|Man Without Qualities|
Sunday, December 12, 2004
"Grid computing" - roughly, the harnessing of the collective processing power of many computers in different places - has been around for a while and is now anything but exotic. The idea was specifically and intentionally created in the 1990's to be analogous to an electric power network (grid) where power generators are distributed, but the users are able to access electric power without bothering about the source of energy and its location. Instead of maintaining a supercomputer (or nuclear power generator) in one's basement, one can obtain one's computing or electric power from the "grid." Of course, there are various concepts for working computers together, including "clusters," which some experts distinguish from grids:
The key distinction between clusters and grids is mainly lie in the way resources are managed. In case of clusters, the resource allocation is performed by a centralized resource manager and all nodes cooperatively work together as a single unified resource. In case of Grids, each node has its own resource manager and don't aim for providing a single system view.The exact definition of a computing "grid" has given rise to some marketing issues (discussed here), but the by now well-established use of computer grids makes perfectly clear that the existence of a centralized server is not a central or key element in modern information processing. Grid computing has come into its own since the 1990's, and that obviously requires some fairly straightforward adjustments in applications of legal precedents dating from the 1980's and before. As the saying goes, none of this is rocket science.
So why can't the United States Court of Appeals for the Ninth Circuit - which includes California and Washington State, and many of the software and technology heavy regions of the country - figure any of this out? The situation is made all the more embarrassing for the Ninth Circuit by the fact that it was another Ninth Circuit panel that correctly demolished Napster.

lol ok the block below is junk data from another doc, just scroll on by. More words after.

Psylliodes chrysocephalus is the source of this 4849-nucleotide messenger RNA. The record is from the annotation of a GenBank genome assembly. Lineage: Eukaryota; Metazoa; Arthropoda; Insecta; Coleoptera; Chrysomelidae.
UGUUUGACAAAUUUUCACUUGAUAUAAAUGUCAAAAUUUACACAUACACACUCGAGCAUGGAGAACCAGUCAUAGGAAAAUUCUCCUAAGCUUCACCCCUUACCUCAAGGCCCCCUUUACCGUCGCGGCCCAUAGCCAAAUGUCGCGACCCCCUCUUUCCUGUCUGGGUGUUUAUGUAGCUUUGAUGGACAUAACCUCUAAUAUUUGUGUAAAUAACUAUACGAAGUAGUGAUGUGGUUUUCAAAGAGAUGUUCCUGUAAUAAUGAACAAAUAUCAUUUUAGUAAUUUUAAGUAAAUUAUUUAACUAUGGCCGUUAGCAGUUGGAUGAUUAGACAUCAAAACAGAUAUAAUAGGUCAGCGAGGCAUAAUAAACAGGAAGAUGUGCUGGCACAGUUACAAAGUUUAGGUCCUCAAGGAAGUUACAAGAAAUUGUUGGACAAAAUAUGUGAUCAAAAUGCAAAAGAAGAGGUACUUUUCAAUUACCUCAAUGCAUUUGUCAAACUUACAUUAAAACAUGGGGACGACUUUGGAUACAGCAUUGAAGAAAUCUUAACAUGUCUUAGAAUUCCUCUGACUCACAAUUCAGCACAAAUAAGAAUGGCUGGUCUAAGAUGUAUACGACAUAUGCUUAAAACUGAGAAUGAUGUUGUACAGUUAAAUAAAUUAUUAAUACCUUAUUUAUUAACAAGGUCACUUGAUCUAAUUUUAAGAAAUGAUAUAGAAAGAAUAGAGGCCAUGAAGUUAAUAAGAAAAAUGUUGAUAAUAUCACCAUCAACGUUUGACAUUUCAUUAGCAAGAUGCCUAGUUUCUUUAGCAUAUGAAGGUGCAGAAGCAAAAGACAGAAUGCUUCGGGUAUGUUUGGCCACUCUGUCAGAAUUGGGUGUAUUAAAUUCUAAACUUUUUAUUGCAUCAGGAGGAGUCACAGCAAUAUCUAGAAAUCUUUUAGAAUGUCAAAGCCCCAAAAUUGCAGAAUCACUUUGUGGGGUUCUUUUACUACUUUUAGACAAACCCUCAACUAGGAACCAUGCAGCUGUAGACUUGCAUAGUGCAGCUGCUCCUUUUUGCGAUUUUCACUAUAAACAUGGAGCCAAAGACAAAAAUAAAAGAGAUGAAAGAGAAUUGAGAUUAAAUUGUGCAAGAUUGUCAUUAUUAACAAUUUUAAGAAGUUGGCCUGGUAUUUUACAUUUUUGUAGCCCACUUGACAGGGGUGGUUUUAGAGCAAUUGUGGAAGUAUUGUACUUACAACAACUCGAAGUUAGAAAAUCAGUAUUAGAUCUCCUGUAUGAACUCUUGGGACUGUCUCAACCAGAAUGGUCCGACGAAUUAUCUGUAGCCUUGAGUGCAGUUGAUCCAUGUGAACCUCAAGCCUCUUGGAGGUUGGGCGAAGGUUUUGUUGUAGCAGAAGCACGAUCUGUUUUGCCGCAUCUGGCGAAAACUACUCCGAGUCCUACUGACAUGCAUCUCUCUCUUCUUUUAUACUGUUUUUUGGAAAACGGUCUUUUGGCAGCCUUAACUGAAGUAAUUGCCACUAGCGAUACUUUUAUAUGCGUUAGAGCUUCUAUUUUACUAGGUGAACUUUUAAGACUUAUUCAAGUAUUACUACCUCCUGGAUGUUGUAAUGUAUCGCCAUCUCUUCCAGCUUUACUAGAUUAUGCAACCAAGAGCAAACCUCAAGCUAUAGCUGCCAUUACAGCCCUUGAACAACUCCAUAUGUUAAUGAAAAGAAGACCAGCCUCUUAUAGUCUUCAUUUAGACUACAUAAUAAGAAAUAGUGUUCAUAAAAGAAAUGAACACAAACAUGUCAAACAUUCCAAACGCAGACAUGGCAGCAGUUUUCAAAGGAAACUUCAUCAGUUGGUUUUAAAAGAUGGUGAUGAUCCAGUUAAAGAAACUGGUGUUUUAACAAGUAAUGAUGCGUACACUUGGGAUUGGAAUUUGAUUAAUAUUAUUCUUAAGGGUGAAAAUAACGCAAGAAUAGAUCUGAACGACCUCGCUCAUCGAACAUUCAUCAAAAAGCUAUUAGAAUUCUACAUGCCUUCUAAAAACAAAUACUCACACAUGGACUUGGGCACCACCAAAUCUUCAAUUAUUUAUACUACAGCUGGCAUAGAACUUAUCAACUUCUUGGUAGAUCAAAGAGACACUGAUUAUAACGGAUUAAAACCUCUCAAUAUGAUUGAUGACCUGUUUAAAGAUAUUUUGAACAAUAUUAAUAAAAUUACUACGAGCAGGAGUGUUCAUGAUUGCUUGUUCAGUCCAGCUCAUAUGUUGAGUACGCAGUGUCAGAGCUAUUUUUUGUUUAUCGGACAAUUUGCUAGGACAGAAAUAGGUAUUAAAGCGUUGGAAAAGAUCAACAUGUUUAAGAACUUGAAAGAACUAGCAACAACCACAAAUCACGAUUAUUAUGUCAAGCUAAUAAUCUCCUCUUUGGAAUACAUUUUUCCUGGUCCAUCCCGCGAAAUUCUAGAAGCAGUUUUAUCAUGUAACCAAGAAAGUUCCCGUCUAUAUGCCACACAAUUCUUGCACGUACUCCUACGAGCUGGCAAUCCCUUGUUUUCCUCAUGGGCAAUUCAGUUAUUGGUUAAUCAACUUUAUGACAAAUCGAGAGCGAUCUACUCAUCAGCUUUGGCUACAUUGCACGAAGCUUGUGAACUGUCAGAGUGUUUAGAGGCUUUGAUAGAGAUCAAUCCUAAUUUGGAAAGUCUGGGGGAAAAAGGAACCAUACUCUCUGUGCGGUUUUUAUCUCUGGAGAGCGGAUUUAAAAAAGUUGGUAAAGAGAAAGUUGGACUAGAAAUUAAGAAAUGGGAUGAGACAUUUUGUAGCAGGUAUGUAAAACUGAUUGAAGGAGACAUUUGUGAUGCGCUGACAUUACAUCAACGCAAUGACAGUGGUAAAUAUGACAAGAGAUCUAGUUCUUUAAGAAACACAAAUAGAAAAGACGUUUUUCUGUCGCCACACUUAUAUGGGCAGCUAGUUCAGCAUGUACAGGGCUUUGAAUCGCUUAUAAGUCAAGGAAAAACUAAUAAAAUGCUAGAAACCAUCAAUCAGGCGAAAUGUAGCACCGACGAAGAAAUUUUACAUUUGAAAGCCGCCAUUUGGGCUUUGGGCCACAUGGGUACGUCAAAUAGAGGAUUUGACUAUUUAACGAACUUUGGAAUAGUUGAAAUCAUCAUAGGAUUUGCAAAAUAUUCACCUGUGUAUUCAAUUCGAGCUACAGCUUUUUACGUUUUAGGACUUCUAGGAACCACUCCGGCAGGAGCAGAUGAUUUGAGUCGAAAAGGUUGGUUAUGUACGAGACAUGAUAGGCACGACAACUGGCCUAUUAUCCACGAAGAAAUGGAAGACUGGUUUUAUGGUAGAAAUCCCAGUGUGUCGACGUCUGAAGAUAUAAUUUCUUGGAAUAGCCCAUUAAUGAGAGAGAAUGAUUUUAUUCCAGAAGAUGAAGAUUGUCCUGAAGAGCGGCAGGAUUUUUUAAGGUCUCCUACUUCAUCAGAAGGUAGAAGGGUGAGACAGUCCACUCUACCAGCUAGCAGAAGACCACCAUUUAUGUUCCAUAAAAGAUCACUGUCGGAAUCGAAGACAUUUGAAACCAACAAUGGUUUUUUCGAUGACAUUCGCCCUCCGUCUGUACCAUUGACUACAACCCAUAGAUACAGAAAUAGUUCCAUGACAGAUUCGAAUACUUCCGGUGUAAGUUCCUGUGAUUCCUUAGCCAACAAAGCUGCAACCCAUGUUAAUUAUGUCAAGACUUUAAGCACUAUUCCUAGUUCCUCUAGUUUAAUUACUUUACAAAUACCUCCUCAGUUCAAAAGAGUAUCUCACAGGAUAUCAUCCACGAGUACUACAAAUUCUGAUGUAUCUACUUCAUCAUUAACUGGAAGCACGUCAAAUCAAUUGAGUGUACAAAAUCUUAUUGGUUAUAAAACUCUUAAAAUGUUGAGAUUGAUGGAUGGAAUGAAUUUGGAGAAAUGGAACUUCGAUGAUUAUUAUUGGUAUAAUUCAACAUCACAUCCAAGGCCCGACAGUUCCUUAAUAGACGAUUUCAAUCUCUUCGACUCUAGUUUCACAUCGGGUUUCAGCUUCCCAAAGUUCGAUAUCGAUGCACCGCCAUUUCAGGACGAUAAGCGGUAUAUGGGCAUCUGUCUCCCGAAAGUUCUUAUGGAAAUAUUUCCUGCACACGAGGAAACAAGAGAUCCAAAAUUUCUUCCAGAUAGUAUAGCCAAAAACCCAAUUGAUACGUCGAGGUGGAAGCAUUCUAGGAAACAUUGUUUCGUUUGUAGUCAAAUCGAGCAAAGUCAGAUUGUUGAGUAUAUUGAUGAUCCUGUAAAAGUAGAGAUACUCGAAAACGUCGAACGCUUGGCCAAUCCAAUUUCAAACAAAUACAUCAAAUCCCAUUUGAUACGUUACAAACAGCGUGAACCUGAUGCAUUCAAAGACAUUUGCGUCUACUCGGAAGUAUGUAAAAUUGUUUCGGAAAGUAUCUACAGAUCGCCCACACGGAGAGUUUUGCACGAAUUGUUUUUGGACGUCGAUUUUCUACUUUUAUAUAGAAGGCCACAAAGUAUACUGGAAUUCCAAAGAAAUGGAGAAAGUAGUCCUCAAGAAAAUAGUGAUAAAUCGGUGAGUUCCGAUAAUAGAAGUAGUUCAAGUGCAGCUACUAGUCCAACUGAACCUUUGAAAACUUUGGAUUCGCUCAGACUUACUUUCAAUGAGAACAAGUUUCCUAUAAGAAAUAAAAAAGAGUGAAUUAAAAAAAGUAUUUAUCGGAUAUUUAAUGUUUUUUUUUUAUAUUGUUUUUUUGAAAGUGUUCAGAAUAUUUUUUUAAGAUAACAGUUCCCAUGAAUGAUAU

But that court's opinion in MGM v. Grokster reflects an appalling fixation of the importance of centralized servers and other centralized features in applying the Supreme Court's 1984 Sony-Betamax decision, the high court's last major decision regarding the scope if copyright protection in connection with electronic copying technology. The New York Times correctly summarizes the Ninth Circuit reasoning:
The Ninth Circuit had found Napster liable because the company itself maintained and controlled the servers that searched for the digital files its users wanted to download. Grokster and StreamCast, by contrast, operate decentralized systems that allow users to find each other over the Internet and then exchange files directly. Consequently, the appeals court said, the two services did not exercise the kind of control that could lead to legal liability for infringing uses.
Common sense is about 80% of what it takes to be a good judge. The Grockster-like software would, in fact, economically gut many copyrights through infringement and is, in fact, generally believed in the recording and entertainment businesses to be doing just that. The Ninth Circuit says that gutting is OK. But copyright law is intended by Congress exactly for the purpose of keeping that kind of gutting from happening. Common sense is not always the law, but common sense should tell any good judge that in such circumstances Grockster et al must lose unless there is a huge, weird, unintentional and unavoidable hole in the copyright statute. But there isn't. The only huge, weird hole in the copyright statute is the one that would be created by the Ninth Circuit in MGM v. Grockster, one which the Supreme Court must now fix. And, sure enough, the Supreme Court has now positioned itself to clean up yet another witless Ninth Circuit embarrassment.
Sony-Betamax can be sensibly construed to have held that home video machines do not violate the copyright laws because they are intended mostly to be used for purposes that clearly do not infringe and do not, in fact, have infringement as a major effect. ("A challenge to a noncommercial use of a copyrighted work requires proof either that the particular use is harmful, or that if it should become widespread, it would adversely affect the potential market for the copyrighted work.")
The file-sharing software provided by Grockster and the like is nothing more - and was specifically intended by their creators to be nothing more - than a decentralized, grid computing version of the old, discredited Napster scam.
So don't be surprised if the Supreme Court fix takes the form of yet another dismissive, unanimous, per curium reversal of the Ninth Circuit by a high court that can barely conceal its contempt.
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